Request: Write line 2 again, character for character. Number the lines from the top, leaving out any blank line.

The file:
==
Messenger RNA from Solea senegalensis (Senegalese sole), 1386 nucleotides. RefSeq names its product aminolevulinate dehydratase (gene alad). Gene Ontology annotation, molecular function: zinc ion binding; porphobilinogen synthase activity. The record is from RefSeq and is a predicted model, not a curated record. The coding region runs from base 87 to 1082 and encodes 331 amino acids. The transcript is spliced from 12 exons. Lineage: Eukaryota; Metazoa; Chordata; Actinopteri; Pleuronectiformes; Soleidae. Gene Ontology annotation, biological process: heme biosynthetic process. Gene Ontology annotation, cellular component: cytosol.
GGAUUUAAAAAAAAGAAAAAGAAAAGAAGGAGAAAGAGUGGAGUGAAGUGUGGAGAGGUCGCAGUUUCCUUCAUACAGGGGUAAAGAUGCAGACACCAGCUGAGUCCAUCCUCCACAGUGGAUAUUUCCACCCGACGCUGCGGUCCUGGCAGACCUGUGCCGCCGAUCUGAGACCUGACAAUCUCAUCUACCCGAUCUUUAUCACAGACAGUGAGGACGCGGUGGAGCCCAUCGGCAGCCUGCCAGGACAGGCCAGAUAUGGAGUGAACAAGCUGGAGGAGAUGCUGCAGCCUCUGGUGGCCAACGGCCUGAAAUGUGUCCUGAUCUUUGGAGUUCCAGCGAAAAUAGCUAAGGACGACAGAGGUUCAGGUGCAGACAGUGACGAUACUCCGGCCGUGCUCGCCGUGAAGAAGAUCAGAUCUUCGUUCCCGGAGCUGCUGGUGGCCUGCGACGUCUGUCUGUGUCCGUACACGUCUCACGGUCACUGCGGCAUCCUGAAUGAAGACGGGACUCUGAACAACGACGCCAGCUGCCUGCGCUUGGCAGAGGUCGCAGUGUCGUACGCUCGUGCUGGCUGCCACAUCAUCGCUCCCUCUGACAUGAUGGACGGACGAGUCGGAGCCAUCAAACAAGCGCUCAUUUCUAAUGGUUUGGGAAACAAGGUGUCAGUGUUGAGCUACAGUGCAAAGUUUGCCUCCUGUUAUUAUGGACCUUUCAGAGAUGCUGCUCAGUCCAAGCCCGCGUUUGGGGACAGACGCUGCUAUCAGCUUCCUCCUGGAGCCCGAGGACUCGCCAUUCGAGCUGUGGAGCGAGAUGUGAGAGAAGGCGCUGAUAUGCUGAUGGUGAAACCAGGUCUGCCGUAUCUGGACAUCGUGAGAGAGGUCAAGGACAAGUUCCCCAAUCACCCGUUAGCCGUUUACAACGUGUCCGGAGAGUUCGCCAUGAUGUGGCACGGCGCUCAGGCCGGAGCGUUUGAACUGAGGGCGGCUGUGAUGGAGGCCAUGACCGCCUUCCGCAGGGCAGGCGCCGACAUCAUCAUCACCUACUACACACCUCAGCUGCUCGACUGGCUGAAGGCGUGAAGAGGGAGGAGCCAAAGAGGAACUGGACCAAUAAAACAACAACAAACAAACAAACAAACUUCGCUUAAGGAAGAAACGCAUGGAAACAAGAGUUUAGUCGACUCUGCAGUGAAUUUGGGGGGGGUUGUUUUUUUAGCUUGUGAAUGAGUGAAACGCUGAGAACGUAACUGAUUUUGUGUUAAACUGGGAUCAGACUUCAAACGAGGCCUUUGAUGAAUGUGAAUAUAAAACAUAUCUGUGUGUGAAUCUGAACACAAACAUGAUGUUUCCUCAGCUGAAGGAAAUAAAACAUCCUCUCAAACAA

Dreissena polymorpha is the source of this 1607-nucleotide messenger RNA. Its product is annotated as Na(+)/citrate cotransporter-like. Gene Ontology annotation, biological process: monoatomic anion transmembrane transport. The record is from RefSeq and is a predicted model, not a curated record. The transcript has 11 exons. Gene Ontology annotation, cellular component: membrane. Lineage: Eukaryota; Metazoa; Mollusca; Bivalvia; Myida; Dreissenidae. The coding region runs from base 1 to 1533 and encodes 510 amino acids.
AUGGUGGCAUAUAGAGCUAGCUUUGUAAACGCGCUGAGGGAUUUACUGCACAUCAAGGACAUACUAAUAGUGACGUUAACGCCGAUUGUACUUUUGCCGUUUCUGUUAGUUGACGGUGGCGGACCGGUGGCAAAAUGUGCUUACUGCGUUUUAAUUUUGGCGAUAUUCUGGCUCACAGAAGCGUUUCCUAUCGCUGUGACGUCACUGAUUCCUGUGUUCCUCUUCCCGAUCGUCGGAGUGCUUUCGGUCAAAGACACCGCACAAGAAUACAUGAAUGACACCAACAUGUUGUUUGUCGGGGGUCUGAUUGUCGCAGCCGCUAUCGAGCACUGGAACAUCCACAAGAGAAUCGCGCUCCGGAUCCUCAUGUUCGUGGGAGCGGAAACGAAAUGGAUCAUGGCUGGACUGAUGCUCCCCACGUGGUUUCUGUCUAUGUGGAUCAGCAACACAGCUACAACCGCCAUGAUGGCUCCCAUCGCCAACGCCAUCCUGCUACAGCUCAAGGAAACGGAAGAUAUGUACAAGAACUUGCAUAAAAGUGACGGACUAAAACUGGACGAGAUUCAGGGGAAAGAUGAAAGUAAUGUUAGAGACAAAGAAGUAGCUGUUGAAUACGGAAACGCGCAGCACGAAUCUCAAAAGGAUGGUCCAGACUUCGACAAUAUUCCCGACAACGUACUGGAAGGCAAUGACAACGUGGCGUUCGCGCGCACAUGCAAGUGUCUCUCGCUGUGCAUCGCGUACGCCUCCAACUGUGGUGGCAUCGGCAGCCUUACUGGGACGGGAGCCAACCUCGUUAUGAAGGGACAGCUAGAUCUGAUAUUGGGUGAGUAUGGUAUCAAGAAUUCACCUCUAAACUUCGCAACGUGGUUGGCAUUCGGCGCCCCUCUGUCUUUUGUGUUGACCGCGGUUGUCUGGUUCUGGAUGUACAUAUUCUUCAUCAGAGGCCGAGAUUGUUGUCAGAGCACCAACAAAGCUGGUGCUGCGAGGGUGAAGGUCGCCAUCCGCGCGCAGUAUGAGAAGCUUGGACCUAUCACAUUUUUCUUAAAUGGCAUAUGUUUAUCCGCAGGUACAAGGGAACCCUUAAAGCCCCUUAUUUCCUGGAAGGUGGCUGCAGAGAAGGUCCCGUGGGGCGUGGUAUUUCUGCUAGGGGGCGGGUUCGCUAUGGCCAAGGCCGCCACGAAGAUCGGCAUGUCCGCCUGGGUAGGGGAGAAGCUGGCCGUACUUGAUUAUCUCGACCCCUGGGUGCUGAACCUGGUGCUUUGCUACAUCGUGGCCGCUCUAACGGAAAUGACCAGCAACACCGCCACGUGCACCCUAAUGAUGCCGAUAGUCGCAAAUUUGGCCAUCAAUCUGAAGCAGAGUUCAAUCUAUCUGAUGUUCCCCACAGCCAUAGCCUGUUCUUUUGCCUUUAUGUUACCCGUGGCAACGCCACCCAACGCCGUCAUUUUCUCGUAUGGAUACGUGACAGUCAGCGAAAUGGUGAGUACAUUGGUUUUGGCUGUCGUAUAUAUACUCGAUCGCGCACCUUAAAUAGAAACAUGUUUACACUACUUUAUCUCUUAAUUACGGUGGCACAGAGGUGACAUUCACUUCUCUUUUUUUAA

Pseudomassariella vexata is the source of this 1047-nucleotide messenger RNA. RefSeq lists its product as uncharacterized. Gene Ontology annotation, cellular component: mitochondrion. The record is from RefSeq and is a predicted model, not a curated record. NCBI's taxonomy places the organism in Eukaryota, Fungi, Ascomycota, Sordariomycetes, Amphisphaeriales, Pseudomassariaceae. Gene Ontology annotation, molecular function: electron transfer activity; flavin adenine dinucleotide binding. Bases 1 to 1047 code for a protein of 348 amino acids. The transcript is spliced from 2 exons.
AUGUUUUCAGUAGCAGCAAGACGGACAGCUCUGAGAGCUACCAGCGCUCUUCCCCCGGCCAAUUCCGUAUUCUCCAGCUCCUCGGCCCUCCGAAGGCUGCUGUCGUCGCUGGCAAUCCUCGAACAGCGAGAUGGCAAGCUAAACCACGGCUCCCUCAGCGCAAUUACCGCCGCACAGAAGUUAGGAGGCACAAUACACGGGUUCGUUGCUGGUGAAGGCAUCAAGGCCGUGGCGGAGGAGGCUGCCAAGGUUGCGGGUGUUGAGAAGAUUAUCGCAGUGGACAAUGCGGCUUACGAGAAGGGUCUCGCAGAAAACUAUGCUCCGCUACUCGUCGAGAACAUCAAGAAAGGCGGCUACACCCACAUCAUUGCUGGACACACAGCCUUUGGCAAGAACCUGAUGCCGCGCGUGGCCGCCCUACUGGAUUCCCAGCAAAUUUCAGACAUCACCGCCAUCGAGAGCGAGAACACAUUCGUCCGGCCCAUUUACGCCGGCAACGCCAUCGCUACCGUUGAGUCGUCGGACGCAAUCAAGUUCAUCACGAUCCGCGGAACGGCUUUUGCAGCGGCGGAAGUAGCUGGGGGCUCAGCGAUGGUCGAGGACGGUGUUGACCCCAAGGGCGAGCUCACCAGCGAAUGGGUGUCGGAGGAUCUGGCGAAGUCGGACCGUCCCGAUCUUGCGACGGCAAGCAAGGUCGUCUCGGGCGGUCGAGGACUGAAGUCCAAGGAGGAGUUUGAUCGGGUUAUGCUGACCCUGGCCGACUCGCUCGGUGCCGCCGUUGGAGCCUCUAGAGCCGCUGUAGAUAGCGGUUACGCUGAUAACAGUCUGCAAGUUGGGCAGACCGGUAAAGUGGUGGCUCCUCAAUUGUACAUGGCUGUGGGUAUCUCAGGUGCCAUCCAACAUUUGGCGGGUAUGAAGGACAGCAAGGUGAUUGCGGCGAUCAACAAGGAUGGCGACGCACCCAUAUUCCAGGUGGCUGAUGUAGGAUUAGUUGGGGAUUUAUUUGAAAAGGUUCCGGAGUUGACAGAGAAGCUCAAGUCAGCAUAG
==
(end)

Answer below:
GGAUUUAAAAAAAAGAAAAAGAAAAGAAGGAGAAAGAGUGGAGUGAAGUGUGGAGAGGUCGCAGUUUCCUUCAUACAGGGGUAAAGAUGCAGACACCAGCUGAGUCCAUCCUCCACAGUGGAUAUUUCCACCCGACGCUGCGGUCCUGGCAGACCUGUGCCGCCGAUCUGAGACCUGACAAUCUCAUCUACCCGAUCUUUAUCACAGACAGUGAGGACGCGGUGGAGCCCAUCGGCAGCCUGCCAGGACAGGCCAGAUAUGGAGUGAACAAGCUGGAGGAGAUGCUGCAGCCUCUGGUGGCCAACGGCCUGAAAUGUGUCCUGAUCUUUGGAGUUCCAGCGAAAAUAGCUAAGGACGACAGAGGUUCAGGUGCAGACAGUGACGAUACUCCGGCCGUGCUCGCCGUGAAGAAGAUCAGAUCUUCGUUCCCGGAGCUGCUGGUGGCCUGCGACGUCUGUCUGUGUCCGUACACGUCUCACGGUCACUGCGGCAUCCUGAAUGAAGACGGGACUCUGAACAACGACGCCAGCUGCCUGCGCUUGGCAGAGGUCGCAGUGUCGUACGCUCGUGCUGGCUGCCACAUCAUCGCUCCCUCUGACAUGAUGGACGGACGAGUCGGAGCCAUCAAACAAGCGCUCAUUUCUAAUGGUUUGGGAAACAAGGUGUCAGUGUUGAGCUACAGUGCAAAGUUUGCCUCCUGUUAUUAUGGACCUUUCAGAGAUGCUGCUCAGUCCAAGCCCGCGUUUGGGGACAGACGCUGCUAUCAGCUUCCUCCUGGAGCCCGAGGACUCGCCAUUCGAGCUGUGGAGCGAGAUGUGAGAGAAGGCGCUGAUAUGCUGAUGGUGAAACCAGGUCUGCCGUAUCUGGACAUCGUGAGAGAGGUCAAGGACAAGUUCCCCAAUCACCCGUUAGCCGUUUACAACGUGUCCGGAGAGUUCGCCAUGAUGUGGCACGGCGCUCAGGCCGGAGCGUUUGAACUGAGGGCGGCUGUGAUGGAGGCCAUGACCGCCUUCCGCAGGGCAGGCGCCGACAUCAUCAUCACCUACUACACACCUCAGCUGCUCGACUGGCUGAAGGCGUGAAGAGGGAGGAGCCAAAGAGGAACUGGACCAAUAAAACAACAACAAACAAACAAACAAACUUCGCUUAAGGAAGAAACGCAUGGAAACAAGAGUUUAGUCGACUCUGCAGUGAAUUUGGGGGGGGUUGUUUUUUUAGCUUGUGAAUGAGUGAAACGCUGAGAACGUAACUGAUUUUGUGUUAAACUGGGAUCAGACUUCAAACGAGGCCUUUGAUGAAUGUGAAUAUAAAACAUAUCUGUGUGUGAAUCUGAACACAAACAUGAUGUUUCCUCAGCUGAAGGAAAUAAAACAUCCUCUCAAACAA